3 thoughts on “July 7, 2018

  1. Question 1:
    With the likelihood of corrosion in the sea, likelihood of these cables needing replacement (at any point in time) would be extremely high?
    Question 2:
    If this actually works, and worse -if it works better like currently available transmission methods, a whole lot of GUYS are going to want to build similar LONG cables in the sea -which will only result in even more interference in ocean systems?
    1.If the end is near, does anyone want to ruminate over these questions?
    2.Since Jim Toomey is now a cartoonist, probably shouldn’t be asking about these rather serious questions about a COMIC-STRIP, not on a Saturday!🤦🏻‍♀️🤷🏻‍♀️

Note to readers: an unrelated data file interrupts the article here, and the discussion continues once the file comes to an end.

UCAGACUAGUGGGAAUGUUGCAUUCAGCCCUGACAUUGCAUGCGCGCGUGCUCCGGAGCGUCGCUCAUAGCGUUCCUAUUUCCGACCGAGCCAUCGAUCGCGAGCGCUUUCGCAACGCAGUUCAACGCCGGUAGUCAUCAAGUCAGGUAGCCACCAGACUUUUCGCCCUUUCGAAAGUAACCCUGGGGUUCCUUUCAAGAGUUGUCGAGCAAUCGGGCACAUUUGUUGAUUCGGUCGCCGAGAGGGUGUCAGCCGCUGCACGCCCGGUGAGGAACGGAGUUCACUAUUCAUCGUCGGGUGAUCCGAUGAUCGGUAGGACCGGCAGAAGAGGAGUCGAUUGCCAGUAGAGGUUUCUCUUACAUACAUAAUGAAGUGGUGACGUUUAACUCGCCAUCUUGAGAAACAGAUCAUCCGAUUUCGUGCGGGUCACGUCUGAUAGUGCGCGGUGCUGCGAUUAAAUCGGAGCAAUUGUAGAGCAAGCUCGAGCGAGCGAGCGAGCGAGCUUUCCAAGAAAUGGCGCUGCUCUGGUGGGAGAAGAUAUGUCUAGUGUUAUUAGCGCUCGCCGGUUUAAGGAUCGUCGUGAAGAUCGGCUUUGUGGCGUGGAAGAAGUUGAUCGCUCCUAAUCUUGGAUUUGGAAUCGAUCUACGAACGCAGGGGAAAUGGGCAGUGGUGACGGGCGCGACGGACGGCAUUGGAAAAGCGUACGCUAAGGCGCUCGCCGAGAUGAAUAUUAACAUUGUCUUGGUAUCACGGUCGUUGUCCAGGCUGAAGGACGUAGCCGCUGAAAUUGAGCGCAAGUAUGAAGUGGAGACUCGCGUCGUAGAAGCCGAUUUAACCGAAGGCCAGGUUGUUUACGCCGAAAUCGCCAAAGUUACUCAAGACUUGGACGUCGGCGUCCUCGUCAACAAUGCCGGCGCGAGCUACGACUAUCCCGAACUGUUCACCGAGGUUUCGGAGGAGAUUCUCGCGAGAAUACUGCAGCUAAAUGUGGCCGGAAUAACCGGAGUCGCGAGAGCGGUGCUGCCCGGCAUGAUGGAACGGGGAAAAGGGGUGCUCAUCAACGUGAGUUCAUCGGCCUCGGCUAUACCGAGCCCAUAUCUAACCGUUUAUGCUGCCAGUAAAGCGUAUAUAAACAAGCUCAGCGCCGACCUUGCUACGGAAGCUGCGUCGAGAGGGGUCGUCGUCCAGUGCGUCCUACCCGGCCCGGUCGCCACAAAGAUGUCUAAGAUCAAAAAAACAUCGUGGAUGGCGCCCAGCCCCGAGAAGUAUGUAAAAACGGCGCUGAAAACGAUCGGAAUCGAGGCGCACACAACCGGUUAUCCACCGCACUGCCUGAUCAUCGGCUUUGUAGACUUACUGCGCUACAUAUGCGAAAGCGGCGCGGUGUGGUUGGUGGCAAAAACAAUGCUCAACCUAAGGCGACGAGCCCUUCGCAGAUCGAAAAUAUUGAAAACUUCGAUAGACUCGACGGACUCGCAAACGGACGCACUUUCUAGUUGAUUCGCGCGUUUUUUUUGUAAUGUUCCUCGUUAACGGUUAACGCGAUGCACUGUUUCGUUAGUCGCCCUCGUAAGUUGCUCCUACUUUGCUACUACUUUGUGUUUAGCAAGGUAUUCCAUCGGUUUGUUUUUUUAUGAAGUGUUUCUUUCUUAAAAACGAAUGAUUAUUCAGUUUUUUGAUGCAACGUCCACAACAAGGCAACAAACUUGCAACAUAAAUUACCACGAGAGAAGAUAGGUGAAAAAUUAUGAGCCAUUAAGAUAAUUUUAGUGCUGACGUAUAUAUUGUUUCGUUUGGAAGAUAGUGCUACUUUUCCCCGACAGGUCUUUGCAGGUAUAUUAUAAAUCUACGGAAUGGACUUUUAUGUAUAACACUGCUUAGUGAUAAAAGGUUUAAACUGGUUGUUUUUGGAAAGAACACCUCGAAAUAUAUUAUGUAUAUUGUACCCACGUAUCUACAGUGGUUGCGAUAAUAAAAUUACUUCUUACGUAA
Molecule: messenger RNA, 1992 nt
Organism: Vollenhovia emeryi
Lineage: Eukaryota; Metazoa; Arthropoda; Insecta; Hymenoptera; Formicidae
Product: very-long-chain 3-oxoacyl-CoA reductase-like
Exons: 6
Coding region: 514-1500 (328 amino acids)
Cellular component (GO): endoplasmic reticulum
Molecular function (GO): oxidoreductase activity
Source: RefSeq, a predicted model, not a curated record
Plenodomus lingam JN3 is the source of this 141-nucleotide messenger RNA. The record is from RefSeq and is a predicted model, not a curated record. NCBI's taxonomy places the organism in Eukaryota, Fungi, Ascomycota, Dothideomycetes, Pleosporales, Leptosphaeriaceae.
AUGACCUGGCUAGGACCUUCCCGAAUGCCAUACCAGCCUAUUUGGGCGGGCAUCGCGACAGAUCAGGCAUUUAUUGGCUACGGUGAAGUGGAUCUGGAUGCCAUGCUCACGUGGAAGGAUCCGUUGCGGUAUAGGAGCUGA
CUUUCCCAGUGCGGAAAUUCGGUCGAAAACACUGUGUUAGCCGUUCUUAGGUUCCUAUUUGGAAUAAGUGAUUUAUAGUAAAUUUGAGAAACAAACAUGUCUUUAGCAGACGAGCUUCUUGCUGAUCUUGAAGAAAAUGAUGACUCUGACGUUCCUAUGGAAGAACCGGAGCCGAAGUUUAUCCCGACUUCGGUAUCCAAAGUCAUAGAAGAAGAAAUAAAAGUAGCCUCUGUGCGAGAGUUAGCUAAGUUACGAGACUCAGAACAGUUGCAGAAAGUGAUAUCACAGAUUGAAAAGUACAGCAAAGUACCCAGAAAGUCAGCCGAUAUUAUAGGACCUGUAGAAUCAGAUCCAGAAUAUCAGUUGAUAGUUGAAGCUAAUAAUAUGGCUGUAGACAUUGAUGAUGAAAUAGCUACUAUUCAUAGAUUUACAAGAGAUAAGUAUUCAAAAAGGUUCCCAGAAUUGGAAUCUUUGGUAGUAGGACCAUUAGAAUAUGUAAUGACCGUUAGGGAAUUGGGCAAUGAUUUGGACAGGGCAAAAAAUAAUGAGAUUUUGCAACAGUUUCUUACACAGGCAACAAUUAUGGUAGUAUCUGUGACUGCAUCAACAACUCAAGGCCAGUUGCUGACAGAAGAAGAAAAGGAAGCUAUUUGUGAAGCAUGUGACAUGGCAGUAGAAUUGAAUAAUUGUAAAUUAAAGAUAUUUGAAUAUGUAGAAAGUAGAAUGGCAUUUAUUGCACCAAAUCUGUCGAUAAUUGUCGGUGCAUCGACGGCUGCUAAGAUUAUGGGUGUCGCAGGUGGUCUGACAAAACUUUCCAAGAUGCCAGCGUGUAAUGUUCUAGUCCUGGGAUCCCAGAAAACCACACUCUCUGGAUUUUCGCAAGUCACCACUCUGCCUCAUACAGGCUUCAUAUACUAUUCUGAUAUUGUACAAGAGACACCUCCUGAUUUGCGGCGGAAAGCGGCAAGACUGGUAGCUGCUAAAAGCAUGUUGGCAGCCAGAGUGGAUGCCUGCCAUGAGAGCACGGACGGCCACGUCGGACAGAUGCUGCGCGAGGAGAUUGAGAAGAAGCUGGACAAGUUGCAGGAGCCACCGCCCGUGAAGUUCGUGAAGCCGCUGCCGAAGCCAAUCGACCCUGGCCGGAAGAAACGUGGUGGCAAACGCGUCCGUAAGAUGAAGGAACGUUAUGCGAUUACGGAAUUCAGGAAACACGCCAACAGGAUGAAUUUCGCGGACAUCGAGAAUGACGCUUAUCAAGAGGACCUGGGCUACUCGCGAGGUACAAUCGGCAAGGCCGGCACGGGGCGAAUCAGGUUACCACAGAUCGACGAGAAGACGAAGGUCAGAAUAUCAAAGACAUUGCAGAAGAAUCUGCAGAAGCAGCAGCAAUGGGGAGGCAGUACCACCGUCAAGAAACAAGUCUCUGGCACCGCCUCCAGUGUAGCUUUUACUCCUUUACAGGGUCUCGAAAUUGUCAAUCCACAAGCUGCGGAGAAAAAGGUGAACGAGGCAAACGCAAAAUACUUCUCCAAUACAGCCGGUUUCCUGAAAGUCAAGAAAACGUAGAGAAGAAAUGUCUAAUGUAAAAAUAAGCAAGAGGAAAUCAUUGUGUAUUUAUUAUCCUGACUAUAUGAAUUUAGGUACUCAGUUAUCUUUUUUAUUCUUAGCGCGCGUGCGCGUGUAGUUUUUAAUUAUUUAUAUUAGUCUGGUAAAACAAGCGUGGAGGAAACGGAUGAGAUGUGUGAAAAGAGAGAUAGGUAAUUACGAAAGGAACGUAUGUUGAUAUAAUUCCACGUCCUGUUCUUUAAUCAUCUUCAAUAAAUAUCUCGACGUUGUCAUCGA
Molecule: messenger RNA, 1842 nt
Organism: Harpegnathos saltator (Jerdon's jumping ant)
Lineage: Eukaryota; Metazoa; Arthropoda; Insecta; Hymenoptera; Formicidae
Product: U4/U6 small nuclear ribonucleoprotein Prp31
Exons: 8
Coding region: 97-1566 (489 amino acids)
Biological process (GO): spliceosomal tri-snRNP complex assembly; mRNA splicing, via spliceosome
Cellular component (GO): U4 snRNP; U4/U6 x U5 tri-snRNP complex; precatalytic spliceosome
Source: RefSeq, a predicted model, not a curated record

• The first transatlantic cable was laid in 1858 and worked for about 3 weeks. The cause was a self taught electrical engineer trying to score points over Lord Kelvin by driving the cable at much higher voltages than Kelvin advocated and destroying the insulation. The next cable, laid in 1865, was more successful and since then cables have been laid to connect all continents. The difference of this one is the capacity, not the concept.

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